Rethinking the Hornets Nest
Seems like things has been slowing down a little in the discussion dept..thought I would add a fresh topic.. I have been reading a book titled "The Great Battlefield of Shiloh" "History, Memory, and Establishment of a Civil War National Military Park.. This book in a couple of places has offered some different thoughts to the Battle of Shiloh
I have always been led to believe that the Battle at the Hornets Nest was the only reason that the Confederates did not win the Battle of Shiloh.. Prentiss and the group held out long enough for Grant to establish the final line at the landing.. If Prentiss had not held out Grant and Sherman may not have had the place in history they now have...
Beginning on page 69 the book states.. Despite the emphasis on the Hornets Nest importance a different story probably took place.. Several pieces of evidence offer insight into the Sunken Road and Hornet's nest in the context of the battle as a whole..
The number of dead and wounded in the area show that the Hornets nest did not see the heaviest fighting at Shiloh.. An 1866 document produced by laborers locating bodies on the battlefield stated that the heaviest concentrations of dead lay on the eastern and western sections of the field and that the dead were fairly light in the center where the Hornets Nest was located.. That document states that casualties were fewer in the center where according to legend the heaviest and most important fighting took place.. Supporting this point are casualty figures for the units engaged in the Hornets Nest.. Four Iowa Regiments which held the Hornets Nest and Sunken Road in front of Duncan Field reported 182 killed and wounded.. A number far less than some individual regiments in other parts of the field..
Troop positions also show that for most of the day the critical area on the field was not the Hornets Nest and Sunken Road.. When they went into action Sweeney's brigade of six regiments did not have ample room to deploy .. As a result only two regiments went on line with the other four in reserve most of the day When Union lines began to fall apart on either side of the Hornets Nest he sent these reserve regiments as reinforcements to the more critical areas.. Two Illinois regiments went to the Peach Orchard and one to aid McClernand.. Only one went to the Hornets Nest.. Had the Hornets Nest been a critical point with severe fighting Sweeney probably would not have sent his regiments away from the area...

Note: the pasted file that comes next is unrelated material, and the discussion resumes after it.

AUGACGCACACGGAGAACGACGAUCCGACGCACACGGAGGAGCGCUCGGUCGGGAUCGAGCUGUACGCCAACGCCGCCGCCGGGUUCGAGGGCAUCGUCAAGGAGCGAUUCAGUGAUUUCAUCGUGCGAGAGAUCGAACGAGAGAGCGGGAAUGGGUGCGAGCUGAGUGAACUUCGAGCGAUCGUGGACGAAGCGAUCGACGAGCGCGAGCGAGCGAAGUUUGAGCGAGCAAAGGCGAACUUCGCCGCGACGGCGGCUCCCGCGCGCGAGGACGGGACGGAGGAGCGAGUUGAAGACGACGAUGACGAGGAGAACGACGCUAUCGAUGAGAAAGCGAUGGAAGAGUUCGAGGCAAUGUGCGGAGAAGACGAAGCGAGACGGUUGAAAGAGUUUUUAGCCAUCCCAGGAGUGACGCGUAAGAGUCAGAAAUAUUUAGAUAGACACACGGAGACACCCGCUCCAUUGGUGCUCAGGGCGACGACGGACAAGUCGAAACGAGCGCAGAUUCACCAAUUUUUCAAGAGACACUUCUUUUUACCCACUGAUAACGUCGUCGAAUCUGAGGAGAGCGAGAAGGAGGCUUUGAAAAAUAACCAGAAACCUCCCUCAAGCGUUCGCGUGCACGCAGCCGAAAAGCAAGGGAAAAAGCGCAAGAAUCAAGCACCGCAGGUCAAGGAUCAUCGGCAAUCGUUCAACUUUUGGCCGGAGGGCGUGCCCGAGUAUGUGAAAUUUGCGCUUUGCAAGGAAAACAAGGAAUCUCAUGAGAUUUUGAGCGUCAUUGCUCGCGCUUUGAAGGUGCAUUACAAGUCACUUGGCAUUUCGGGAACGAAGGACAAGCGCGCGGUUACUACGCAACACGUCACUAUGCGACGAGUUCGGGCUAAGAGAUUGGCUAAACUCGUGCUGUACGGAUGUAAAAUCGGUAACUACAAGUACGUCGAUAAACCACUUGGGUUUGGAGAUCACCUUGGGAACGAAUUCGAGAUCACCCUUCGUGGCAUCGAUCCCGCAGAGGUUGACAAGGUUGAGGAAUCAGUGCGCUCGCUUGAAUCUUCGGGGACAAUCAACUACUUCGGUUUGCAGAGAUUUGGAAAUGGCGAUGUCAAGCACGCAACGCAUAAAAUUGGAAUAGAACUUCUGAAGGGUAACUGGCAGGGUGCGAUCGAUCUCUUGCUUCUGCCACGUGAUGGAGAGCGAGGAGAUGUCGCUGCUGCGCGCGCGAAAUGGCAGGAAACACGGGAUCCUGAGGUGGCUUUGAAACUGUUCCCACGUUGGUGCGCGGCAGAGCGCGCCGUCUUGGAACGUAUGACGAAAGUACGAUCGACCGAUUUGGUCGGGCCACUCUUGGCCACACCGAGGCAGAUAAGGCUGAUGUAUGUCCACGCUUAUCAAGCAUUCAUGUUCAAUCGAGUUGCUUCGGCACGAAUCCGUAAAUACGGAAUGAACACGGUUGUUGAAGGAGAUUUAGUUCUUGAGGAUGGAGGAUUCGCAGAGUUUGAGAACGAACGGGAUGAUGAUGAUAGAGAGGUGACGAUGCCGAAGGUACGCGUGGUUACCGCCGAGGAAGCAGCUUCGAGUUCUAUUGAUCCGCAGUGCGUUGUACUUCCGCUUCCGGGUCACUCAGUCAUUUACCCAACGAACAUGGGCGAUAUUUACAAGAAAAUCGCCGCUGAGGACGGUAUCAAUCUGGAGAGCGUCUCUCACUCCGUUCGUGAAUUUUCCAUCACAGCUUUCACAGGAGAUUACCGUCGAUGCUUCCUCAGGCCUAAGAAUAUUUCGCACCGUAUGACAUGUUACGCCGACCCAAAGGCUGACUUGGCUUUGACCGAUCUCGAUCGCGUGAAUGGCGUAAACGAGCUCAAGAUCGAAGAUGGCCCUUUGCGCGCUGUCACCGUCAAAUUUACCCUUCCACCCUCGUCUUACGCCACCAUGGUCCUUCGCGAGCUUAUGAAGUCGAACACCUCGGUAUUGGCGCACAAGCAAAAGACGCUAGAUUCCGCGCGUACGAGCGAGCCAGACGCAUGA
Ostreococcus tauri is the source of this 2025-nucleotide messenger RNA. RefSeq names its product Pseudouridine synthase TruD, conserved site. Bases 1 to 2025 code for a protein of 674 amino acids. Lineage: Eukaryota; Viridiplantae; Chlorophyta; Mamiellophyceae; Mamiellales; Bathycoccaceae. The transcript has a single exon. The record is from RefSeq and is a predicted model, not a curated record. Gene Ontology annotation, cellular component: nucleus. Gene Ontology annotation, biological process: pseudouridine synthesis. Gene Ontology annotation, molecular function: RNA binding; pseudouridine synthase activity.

With these facts in mind it also pretty much downplays the importance of Ruggles Battery as well
This book was written by Tim Smith who is on the staff at Shiloh.. I thought I knew quite a bit about the battle but was really surprised to read this statement.. If these are true this would pretty much turn my and most other folks interpretation of the battle on its ear.. Anyone want to comment on this???
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- In a message dated 9/4/2005 10:37:14 A.M. Eastern Standard Time, dan6764@... writes:
An 1866 document produced by laborers locating bodies on the battlefield stated that the heaviest concentrations of dead lay on the eastern and western sections of the field and that the dead were fairly light in the center where the Hornets Nest was located..This may be true Dan, but remember, as soon as the battle ended, Union troops started gathering up their dead as well as Confederate dead. Those that might have been found after the war was over, were most likely those that were killed in the brush and bramble of the battlefield, whereas, the Hornet's Nest was quite open and bodies were easily found there following the battle.Just a thought of common sense with only documentation of them finding and burying the dead following the battle. IIRC, Grant denied Beauregard access to Confederate dead, since they already had been gathered up and buried.JEJ